[...]

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### "A critical look into Rayleigh dampi..." refers methods in this paper

...For instance, in the case of moment-resisting frame structures, maximum interstory drift is often used as the EDP of interest (see [6, 16, 5] among others) because it is possible to map it to meaningful PL such as “immediate occupancy”, “structural damage” or “collapse prevention” [6]....

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### "A critical look into Rayleigh dampi..." refers background in this paper

...Although there presently is a consensus in the earthquake engineering community that using Rayleigh damping forces is far from reaching this ultimate goal [3, 10], common implementation of inelastic time history seismic analyses adds Rayleigh damping forces to the hysteretic structural forces....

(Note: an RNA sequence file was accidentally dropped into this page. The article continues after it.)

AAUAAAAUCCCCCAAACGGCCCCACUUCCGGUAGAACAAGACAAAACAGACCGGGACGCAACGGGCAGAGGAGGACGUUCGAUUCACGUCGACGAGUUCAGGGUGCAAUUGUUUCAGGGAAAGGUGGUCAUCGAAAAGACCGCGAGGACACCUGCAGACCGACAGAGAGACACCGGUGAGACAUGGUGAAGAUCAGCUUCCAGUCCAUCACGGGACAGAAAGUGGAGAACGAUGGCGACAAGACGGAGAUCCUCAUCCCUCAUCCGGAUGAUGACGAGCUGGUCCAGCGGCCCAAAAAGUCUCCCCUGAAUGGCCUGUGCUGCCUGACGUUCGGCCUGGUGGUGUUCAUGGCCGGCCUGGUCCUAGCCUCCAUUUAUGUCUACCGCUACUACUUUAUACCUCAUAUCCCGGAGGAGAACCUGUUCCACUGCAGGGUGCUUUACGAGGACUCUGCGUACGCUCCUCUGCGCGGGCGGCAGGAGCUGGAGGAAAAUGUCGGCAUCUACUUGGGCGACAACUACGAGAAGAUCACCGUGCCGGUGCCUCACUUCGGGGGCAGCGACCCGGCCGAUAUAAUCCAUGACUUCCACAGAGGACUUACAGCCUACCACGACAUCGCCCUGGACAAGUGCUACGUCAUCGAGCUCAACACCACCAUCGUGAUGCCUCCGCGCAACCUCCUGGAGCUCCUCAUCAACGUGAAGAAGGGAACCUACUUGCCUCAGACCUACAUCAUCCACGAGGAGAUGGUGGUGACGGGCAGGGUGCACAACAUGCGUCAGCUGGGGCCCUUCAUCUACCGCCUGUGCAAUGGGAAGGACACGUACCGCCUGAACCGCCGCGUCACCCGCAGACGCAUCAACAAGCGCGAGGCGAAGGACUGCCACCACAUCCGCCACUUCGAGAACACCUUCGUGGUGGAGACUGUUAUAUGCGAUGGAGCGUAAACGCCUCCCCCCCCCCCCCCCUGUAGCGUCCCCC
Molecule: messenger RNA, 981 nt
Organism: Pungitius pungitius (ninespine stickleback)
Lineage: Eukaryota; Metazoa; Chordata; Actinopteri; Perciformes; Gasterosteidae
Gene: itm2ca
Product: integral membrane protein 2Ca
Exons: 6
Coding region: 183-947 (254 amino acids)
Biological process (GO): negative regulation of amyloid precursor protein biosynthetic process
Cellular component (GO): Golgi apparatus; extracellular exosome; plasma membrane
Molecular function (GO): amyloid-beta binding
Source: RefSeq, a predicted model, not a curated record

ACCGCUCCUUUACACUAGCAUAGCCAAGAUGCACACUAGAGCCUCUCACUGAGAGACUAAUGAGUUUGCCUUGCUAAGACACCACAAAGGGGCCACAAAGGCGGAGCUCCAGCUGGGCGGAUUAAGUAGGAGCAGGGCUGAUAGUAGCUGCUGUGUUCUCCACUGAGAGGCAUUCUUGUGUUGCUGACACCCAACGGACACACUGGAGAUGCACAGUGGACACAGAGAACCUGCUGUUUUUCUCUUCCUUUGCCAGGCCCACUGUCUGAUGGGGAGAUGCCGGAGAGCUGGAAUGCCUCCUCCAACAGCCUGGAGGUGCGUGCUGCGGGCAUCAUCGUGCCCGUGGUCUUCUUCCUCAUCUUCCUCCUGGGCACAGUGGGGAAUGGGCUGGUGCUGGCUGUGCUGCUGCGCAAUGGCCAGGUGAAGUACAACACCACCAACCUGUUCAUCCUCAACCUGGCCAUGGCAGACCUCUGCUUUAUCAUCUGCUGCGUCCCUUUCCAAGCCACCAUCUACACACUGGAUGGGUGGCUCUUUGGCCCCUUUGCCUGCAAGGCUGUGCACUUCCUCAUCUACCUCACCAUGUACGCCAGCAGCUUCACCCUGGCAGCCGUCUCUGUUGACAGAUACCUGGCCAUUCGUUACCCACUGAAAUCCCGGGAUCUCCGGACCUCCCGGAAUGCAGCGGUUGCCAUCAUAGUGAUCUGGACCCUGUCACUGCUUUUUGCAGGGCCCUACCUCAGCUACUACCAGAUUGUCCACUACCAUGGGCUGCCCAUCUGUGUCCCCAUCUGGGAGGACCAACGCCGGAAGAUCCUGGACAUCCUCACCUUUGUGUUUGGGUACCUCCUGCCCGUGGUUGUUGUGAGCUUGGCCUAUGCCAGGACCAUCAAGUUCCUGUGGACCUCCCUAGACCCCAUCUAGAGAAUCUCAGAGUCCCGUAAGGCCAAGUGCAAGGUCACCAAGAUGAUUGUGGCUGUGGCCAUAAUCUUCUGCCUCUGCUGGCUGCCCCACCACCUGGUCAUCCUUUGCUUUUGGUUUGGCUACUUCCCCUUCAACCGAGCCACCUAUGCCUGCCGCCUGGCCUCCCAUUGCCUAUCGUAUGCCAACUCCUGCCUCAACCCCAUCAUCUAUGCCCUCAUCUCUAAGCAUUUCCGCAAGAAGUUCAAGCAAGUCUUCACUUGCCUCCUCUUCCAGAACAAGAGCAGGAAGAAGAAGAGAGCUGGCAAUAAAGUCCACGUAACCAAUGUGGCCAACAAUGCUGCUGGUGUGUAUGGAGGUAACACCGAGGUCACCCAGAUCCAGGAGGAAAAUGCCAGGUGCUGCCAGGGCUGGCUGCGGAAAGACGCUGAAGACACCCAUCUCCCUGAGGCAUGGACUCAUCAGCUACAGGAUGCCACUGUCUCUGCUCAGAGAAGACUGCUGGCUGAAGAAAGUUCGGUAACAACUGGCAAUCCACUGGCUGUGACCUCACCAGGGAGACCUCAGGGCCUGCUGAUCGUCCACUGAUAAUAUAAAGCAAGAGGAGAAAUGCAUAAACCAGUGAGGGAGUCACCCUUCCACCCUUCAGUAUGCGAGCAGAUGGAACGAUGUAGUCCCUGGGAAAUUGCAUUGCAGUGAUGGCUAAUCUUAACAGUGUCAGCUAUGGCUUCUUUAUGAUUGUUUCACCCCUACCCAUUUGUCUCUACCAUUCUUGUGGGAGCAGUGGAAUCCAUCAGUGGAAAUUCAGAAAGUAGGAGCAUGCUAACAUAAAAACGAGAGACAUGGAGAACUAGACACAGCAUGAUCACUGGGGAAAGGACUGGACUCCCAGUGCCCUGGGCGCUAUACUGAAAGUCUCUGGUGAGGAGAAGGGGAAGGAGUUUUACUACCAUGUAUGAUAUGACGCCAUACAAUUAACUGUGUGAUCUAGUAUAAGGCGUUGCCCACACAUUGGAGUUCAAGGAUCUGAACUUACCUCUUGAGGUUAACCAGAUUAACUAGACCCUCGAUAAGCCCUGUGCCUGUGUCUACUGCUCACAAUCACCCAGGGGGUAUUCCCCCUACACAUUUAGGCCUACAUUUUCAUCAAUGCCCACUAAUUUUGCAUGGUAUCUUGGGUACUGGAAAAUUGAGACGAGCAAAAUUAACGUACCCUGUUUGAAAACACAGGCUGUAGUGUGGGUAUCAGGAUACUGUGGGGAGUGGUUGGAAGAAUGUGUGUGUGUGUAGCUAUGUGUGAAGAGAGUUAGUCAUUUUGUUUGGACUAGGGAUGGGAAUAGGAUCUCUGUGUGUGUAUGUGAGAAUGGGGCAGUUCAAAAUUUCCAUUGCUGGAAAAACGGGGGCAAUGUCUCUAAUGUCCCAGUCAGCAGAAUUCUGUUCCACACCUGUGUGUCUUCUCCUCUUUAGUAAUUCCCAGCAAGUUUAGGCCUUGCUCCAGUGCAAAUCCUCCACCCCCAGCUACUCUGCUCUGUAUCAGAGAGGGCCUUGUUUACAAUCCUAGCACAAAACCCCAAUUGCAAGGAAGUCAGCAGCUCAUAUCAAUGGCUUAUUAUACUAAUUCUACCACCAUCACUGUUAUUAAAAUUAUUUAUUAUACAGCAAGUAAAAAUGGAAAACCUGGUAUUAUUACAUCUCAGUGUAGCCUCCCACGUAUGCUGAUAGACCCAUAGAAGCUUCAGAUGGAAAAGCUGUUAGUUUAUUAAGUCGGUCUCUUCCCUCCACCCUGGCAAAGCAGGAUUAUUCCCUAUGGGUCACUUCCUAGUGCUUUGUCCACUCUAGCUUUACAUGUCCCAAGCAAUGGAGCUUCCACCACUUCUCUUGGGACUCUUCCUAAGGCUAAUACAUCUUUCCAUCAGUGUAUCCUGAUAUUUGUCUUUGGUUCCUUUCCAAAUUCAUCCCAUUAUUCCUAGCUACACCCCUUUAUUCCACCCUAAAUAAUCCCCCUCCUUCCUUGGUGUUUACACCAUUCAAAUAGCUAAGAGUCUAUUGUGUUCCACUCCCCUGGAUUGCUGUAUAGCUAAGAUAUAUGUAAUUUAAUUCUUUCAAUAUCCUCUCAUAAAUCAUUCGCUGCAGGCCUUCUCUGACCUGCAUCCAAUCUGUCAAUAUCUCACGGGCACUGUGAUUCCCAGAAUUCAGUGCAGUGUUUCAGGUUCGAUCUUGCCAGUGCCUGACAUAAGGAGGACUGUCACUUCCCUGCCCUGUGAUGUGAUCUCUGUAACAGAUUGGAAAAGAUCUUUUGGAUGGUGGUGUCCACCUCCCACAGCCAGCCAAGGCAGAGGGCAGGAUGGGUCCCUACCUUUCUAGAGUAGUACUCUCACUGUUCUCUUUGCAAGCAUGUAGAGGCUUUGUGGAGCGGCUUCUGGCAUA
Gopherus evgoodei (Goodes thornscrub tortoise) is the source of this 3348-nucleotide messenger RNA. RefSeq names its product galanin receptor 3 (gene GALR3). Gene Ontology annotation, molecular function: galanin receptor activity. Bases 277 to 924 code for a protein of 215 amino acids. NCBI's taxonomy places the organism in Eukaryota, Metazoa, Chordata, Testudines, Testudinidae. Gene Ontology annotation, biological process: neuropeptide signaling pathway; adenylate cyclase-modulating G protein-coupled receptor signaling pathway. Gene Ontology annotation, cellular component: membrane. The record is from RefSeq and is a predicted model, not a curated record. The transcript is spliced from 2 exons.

[...]

...as a requirement for a good modeling of damping in other works [10, 3]....

[...]

...On the other hand, it has been shown that using Rayleigh damping forces along with an inelastic structural model can be problematic and lead to unintended consequences that can compromise the validity of the analyses outputs [10, 3]....

[...]

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279 citations

### "A critical look into Rayleigh dampi..." refers background in this paper

...Although there presently is a consensus in the earthquake engineering community that using Rayleigh damping forces is far from reaching this ultimate goal [3, 10], common implementation of inelastic time history seismic analyses adds Rayleigh damping forces to the hysteretic structural forces....

[...]

...as a requirement for a good modeling of damping in other works [10, 3]....

[...]

...On the other hand, it has been shown that using Rayleigh damping forces along with an inelastic structural model can be problematic and lead to unintended consequences that can compromise the validity of the analyses outputs [10, 3]....

[...]